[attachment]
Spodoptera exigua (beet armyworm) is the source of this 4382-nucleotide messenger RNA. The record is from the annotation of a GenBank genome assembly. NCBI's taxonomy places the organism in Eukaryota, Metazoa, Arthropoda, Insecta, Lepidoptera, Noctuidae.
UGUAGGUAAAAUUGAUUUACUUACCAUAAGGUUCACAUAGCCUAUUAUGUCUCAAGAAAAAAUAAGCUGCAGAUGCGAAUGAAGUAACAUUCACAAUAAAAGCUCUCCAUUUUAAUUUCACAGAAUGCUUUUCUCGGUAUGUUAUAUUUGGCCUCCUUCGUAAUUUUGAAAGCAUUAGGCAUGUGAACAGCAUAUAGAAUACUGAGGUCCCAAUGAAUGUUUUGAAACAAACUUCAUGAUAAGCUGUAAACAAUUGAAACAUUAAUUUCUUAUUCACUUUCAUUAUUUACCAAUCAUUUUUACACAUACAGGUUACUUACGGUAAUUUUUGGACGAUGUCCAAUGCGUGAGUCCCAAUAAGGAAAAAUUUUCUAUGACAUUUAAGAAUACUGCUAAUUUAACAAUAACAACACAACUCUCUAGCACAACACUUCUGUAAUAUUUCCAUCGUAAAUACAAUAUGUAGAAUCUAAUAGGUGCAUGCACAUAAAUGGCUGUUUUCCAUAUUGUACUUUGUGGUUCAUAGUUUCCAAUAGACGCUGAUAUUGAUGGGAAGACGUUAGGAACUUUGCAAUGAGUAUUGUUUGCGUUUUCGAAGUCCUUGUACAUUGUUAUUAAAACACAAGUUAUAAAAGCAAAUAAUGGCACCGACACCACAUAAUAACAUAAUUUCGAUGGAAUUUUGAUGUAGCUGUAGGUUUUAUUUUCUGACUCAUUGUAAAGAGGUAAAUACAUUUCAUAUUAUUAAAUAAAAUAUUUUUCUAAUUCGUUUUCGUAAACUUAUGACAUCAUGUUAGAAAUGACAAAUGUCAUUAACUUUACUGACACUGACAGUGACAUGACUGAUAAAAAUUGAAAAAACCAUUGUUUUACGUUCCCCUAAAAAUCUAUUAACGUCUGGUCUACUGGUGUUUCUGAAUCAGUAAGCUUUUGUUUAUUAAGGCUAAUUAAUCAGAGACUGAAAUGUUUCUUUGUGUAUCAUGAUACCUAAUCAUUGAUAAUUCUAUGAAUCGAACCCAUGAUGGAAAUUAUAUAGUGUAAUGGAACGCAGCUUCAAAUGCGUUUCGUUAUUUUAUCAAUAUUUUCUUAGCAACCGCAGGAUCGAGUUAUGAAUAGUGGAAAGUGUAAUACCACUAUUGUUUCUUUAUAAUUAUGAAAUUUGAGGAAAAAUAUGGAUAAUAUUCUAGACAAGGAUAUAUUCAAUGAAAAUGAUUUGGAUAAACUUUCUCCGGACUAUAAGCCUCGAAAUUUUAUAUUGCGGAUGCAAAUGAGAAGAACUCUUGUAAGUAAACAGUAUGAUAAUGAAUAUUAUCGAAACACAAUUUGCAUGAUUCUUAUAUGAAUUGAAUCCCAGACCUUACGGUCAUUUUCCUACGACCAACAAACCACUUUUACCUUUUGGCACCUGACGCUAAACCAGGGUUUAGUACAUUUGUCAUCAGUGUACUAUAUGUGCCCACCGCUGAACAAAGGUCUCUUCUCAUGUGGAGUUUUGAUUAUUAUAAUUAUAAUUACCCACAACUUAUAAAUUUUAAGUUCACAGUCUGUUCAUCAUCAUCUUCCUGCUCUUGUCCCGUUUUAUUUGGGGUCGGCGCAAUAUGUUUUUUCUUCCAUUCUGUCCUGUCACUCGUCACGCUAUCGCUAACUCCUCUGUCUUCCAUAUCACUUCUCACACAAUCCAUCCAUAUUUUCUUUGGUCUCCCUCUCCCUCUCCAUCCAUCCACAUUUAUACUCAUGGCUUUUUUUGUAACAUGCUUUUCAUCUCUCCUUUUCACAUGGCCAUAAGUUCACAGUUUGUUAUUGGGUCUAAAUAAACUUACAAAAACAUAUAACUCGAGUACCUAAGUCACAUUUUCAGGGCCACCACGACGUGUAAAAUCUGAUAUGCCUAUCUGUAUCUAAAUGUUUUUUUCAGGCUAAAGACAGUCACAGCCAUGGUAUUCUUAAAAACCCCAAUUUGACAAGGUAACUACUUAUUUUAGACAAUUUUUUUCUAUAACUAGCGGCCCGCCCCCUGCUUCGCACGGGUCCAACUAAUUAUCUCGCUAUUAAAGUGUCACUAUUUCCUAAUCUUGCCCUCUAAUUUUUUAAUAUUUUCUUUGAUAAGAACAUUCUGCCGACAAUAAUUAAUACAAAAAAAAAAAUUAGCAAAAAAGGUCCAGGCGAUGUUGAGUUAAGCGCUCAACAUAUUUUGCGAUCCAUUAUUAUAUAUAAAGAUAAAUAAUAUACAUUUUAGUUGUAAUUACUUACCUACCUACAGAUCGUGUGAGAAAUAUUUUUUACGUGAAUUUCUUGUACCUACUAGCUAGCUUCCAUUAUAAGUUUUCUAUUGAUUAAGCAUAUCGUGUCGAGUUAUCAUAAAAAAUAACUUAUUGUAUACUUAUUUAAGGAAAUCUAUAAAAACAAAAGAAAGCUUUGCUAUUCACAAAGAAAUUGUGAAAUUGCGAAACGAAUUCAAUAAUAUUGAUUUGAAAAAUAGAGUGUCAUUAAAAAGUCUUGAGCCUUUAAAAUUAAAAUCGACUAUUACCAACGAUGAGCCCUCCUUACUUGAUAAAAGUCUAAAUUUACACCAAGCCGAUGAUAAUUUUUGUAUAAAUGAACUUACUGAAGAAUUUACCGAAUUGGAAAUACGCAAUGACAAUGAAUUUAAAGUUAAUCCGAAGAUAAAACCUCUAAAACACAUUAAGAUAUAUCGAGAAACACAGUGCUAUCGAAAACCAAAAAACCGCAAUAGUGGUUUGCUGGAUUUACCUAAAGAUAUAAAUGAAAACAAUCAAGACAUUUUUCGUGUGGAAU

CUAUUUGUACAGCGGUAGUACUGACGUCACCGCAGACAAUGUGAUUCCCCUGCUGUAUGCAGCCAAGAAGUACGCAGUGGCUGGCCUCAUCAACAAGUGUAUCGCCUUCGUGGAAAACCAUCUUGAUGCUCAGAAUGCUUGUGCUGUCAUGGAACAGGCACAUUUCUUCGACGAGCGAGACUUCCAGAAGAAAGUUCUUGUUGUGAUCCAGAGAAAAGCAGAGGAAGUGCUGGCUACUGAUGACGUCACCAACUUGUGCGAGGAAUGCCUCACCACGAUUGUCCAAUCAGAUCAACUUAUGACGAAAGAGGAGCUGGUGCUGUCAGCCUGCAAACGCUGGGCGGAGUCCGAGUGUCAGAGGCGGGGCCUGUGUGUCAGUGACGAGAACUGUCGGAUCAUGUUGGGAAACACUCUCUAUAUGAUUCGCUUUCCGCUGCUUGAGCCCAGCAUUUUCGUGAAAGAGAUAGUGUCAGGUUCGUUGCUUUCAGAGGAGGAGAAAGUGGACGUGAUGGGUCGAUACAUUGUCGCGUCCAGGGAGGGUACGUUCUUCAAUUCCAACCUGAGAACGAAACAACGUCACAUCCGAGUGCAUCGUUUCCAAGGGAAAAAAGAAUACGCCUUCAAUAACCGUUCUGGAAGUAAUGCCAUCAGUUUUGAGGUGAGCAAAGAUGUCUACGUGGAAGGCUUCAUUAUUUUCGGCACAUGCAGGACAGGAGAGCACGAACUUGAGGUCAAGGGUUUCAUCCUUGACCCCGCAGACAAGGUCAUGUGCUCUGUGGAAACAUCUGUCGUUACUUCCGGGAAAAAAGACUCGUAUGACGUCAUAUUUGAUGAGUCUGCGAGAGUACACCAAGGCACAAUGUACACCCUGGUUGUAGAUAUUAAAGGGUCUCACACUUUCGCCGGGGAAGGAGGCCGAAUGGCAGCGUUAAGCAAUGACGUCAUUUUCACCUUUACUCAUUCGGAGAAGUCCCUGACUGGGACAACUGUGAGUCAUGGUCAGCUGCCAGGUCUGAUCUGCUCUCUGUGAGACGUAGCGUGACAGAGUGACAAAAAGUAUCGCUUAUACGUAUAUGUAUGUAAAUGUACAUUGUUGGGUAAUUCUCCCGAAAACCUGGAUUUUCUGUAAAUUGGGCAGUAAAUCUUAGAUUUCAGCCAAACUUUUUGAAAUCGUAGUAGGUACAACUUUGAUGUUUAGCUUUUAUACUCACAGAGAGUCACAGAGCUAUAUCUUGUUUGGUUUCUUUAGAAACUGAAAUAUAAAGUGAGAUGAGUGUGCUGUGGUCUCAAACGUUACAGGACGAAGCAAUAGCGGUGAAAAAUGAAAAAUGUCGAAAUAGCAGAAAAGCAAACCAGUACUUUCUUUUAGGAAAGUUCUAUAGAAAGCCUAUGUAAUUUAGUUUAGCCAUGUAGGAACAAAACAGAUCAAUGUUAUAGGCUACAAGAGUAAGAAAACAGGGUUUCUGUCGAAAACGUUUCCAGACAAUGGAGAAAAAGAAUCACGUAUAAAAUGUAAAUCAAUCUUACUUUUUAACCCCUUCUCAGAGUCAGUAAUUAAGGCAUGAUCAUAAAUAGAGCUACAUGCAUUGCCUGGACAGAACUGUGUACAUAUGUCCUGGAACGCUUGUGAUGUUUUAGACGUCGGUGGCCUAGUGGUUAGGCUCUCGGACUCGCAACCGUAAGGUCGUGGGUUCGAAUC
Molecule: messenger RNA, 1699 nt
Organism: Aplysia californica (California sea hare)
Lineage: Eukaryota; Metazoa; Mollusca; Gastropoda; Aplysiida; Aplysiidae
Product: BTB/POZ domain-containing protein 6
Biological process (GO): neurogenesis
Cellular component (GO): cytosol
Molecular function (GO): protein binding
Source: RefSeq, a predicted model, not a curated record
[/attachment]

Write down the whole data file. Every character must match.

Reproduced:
Spodoptera exigua (beet armyworm) is the source of this 4382-nucleotide messenger RNA. The record is from the annotation of a GenBank genome assembly. NCBI's taxonomy places the organism in Eukaryota, Metazoa, Arthropoda, Insecta, Lepidoptera, Noctuidae.
UGUAGGUAAAAUUGAUUUACUUACCAUAAGGUUCACAUAGCCUAUUAUGUCUCAAGAAAAAAUAAGCUGCAGAUGCGAAUGAAGUAACAUUCACAAUAAAAGCUCUCCAUUUUAAUUUCACAGAAUGCUUUUCUCGGUAUGUUAUAUUUGGCCUCCUUCGUAAUUUUGAAAGCAUUAGGCAUGUGAACAGCAUAUAGAAUACUGAGGUCCCAAUGAAUGUUUUGAAACAAACUUCAUGAUAAGCUGUAAACAAUUGAAACAUUAAUUUCUUAUUCACUUUCAUUAUUUACCAAUCAUUUUUACACAUACAGGUUACUUACGGUAAUUUUUGGACGAUGUCCAAUGCGUGAGUCCCAAUAAGGAAAAAUUUUCUAUGACAUUUAAGAAUACUGCUAAUUUAACAAUAACAACACAACUCUCUAGCACAACACUUCUGUAAUAUUUCCAUCGUAAAUACAAUAUGUAGAAUCUAAUAGGUGCAUGCACAUAAAUGGCUGUUUUCCAUAUUGUACUUUGUGGUUCAUAGUUUCCAAUAGACGCUGAUAUUGAUGGGAAGACGUUAGGAACUUUGCAAUGAGUAUUGUUUGCGUUUUCGAAGUCCUUGUACAUUGUUAUUAAAACACAAGUUAUAAAAGCAAAUAAUGGCACCGACACCACAUAAUAACAUAAUUUCGAUGGAAUUUUGAUGUAGCUGUAGGUUUUAUUUUCUGACUCAUUGUAAAGAGGUAAAUACAUUUCAUAUUAUUAAAUAAAAUAUUUUUCUAAUUCGUUUUCGUAAACUUAUGACAUCAUGUUAGAAAUGACAAAUGUCAUUAACUUUACUGACACUGACAGUGACAUGACUGAUAAAAAUUGAAAAAACCAUUGUUUUACGUUCCCCUAAAAAUCUAUUAACGUCUGGUCUACUGGUGUUUCUGAAUCAGUAAGCUUUUGUUUAUUAAGGCUAAUUAAUCAGAGACUGAAAUGUUUCUUUGUGUAUCAUGAUACCUAAUCAUUGAUAAUUCUAUGAAUCGAACCCAUGAUGGAAAUUAUAUAGUGUAAUGGAACGCAGCUUCAAAUGCGUUUCGUUAUUUUAUCAAUAUUUUCUUAGCAACCGCAGGAUCGAGUUAUGAAUAGUGGAAAGUGUAAUACCACUAUUGUUUCUUUAUAAUUAUGAAAUUUGAGGAAAAAUAUGGAUAAUAUUCUAGACAAGGAUAUAUUCAAUGAAAAUGAUUUGGAUAAACUUUCUCCGGACUAUAAGCCUCGAAAUUUUAUAUUGCGGAUGCAAAUGAGAAGAACUCUUGUAAGUAAACAGUAUGAUAAUGAAUAUUAUCGAAACACAAUUUGCAUGAUUCUUAUAUGAAUUGAAUCCCAGACCUUACGGUCAUUUUCCUACGACCAACAAACCACUUUUACCUUUUGGCACCUGACGCUAAACCAGGGUUUAGUACAUUUGUCAUCAGUGUACUAUAUGUGCCCACCGCUGAACAAAGGUCUCUUCUCAUGUGGAGUUUUGAUUAUUAUAAUUAUAAUUACCCACAACUUAUAAAUUUUAAGUUCACAGUCUGUUCAUCAUCAUCUUCCUGCUCUUGUCCCGUUUUAUUUGGGGUCGGCGCAAUAUGUUUUUUCUUCCAUUCUGUCCUGUCACUCGUCACGCUAUCGCUAACUCCUCUGUCUUCCAUAUCACUUCUCACACAAUCCAUCCAUAUUUUCUUUGGUCUCCCUCUCCCUCUCCAUCCAUCCACAUUUAUACUCAUGGCUUUUUUUGUAACAUGCUUUUCAUCUCUCCUUUUCACAUGGCCAUAAGUUCACAGUUUGUUAUUGGGUCUAAAUAAACUUACAAAAACAUAUAACUCGAGUACCUAAGUCACAUUUUCAGGGCCACCACGACGUGUAAAAUCUGAUAUGCCUAUCUGUAUCUAAAUGUUUUUUUCAGGCUAAAGACAGUCACAGCCAUGGUAUUCUUAAAAACCCCAAUUUGACAAGGUAACUACUUAUUUUAGACAAUUUUUUUCUAUAACUAGCGGCCCGCCCCCUGCUUCGCACGGGUCCAACUAAUUAUCUCGCUAUUAAAGUGUCACUAUUUCCUAAUCUUGCCCUCUAAUUUUUUAAUAUUUUCUUUGAUAAGAACAUUCUGCCGACAAUAAUUAAUACAAAAAAAAAAAUUAGCAAAAAAGGUCCAGGCGAUGUUGAGUUAAGCGCUCAACAUAUUUUGCGAUCCAUUAUUAUAUAUAAAGAUAAAUAAUAUACAUUUUAGUUGUAAUUACUUACCUACCUACAGAUCGUGUGAGAAAUAUUUUUUACGUGAAUUUCUUGUACCUACUAGCUAGCUUCCAUUAUAAGUUUUCUAUUGAUUAAGCAUAUCGUGUCGAGUUAUCAUAAAAAAUAACUUAUUGUAUACUUAUUUAAGGAAAUCUAUAAAAACAAAAGAAAGCUUUGCUAUUCACAAAGAAAUUGUGAAAUUGCGAAACGAAUUCAAUAAUAUUGAUUUGAAAAAUAGAGUGUCAUUAAAAAGUCUUGAGCCUUUAAAAUUAAAAUCGACUAUUACCAACGAUGAGCCCUCCUUACUUGAUAAAAGUCUAAAUUUACACCAAGCCGAUGAUAAUUUUUGUAUAAAUGAACUUACUGAAGAAUUUACCGAAUUGGAAAUACGCAAUGACAAUGAAUUUAAAGUUAAUCCGAAGAUAAAACCUCUAAAACACAUUAAGAUAUAUCGAGAAACACAGUGCUAUCGAAAACCAAAAAACCGCAAUAGUGGUUUGCUGGAUUUACCUAAAGAUAUAAAUGAAAACAAUCAAGACAUUUUUCGUGUGGAAU

CUAUUUGUACAGCGGUAGUACUGACGUCACCGCAGACAAUGUGAUUCCCCUGCUGUAUGCAGCCAAGAAGUACGCAGUGGCUGGCCUCAUCAACAAGUGUAUCGCCUUCGUGGAAAACCAUCUUGAUGCUCAGAAUGCUUGUGCUGUCAUGGAACAGGCACAUUUCUUCGACGAGCGAGACUUCCAGAAGAAAGUUCUUGUUGUGAUCCAGAGAAAAGCAGAGGAAGUGCUGGCUACUGAUGACGUCACCAACUUGUGCGAGGAAUGCCUCACCACGAUUGUCCAAUCAGAUCAACUUAUGACGAAAGAGGAGCUGGUGCUGUCAGCCUGCAAACGCUGGGCGGAGUCCGAGUGUCAGAGGCGGGGCCUGUGUGUCAGUGACGAGAACUGUCGGAUCAUGUUGGGAAACACUCUCUAUAUGAUUCGCUUUCCGCUGCUUGAGCCCAGCAUUUUCGUGAAAGAGAUAGUGUCAGGUUCGUUGCUUUCAGAGGAGGAGAAAGUGGACGUGAUGGGUCGAUACAUUGUCGCGUCCAGGGAGGGUACGUUCUUCAAUUCCAACCUGAGAACGAAACAACGUCACAUCCGAGUGCAUCGUUUCCAAGGGAAAAAAGAAUACGCCUUCAAUAACCGUUCUGGAAGUAAUGCCAUCAGUUUUGAGGUGAGCAAAGAUGUCUACGUGGAAGGCUUCAUUAUUUUCGGCACAUGCAGGACAGGAGAGCACGAACUUGAGGUCAAGGGUUUCAUCCUUGACCCCGCAGACAAGGUCAUGUGCUCUGUGGAAACAUCUGUCGUUACUUCCGGGAAAAAAGACUCGUAUGACGUCAUAUUUGAUGAGUCUGCGAGAGUACACCAAGGCACAAUGUACACCCUGGUUGUAGAUAUUAAAGGGUCUCACACUUUCGCCGGGGAAGGAGGCCGAAUGGCAGCGUUAAGCAAUGACGUCAUUUUCACCUUUACUCAUUCGGAGAAGUCCCUGACUGGGACAACUGUGAGUCAUGGUCAGCUGCCAGGUCUGAUCUGCUCUCUGUGAGACGUAGCGUGACAGAGUGACAAAAAGUAUCGCUUAUACGUAUAUGUAUGUAAAUGUACAUUGUUGGGUAAUUCUCCCGAAAACCUGGAUUUUCUGUAAAUUGGGCAGUAAAUCUUAGAUUUCAGCCAAACUUUUUGAAAUCGUAGUAGGUACAACUUUGAUGUUUAGCUUUUAUACUCACAGAGAGUCACAGAGCUAUAUCUUGUUUGGUUUCUUUAGAAACUGAAAUAUAAAGUGAGAUGAGUGUGCUGUGGUCUCAAACGUUACAGGACGAAGCAAUAGCGGUGAAAAAUGAAAAAUGUCGAAAUAGCAGAAAAGCAAACCAGUACUUUCUUUUAGGAAAGUUCUAUAGAAAGCCUAUGUAAUUUAGUUUAGCCAUGUAGGAACAAAACAGAUCAAUGUUAUAGGCUACAAGAGUAAGAAAACAGGGUUUCUGUCGAAAACGUUUCCAGACAAUGGAGAAAAAGAAUCACGUAUAAAAUGUAAAUCAAUCUUACUUUUUAACCCCUUCUCAGAGUCAGUAAUUAAGGCAUGAUCAUAAAUAGAGCUACAUGCAUUGCCUGGACAGAACUGUGUACAUAUGUCCUGGAACGCUUGUGAUGUUUUAGACGUCGGUGGCCUAGUGGUUAGGCUCUCGGACUCGCAACCGUAAGGUCGUGGGUUCGAAUC
Molecule: messenger RNA, 1699 nt
Organism: Aplysia californica (California sea hare)
Lineage: Eukaryota; Metazoa; Mollusca; Gastropoda; Aplysiida; Aplysiidae
Product: BTB/POZ domain-containing protein 6
Biological process (GO): neurogenesis
Cellular component (GO): cytosol
Molecular function (GO): protein binding
Source: RefSeq, a predicted model, not a curated record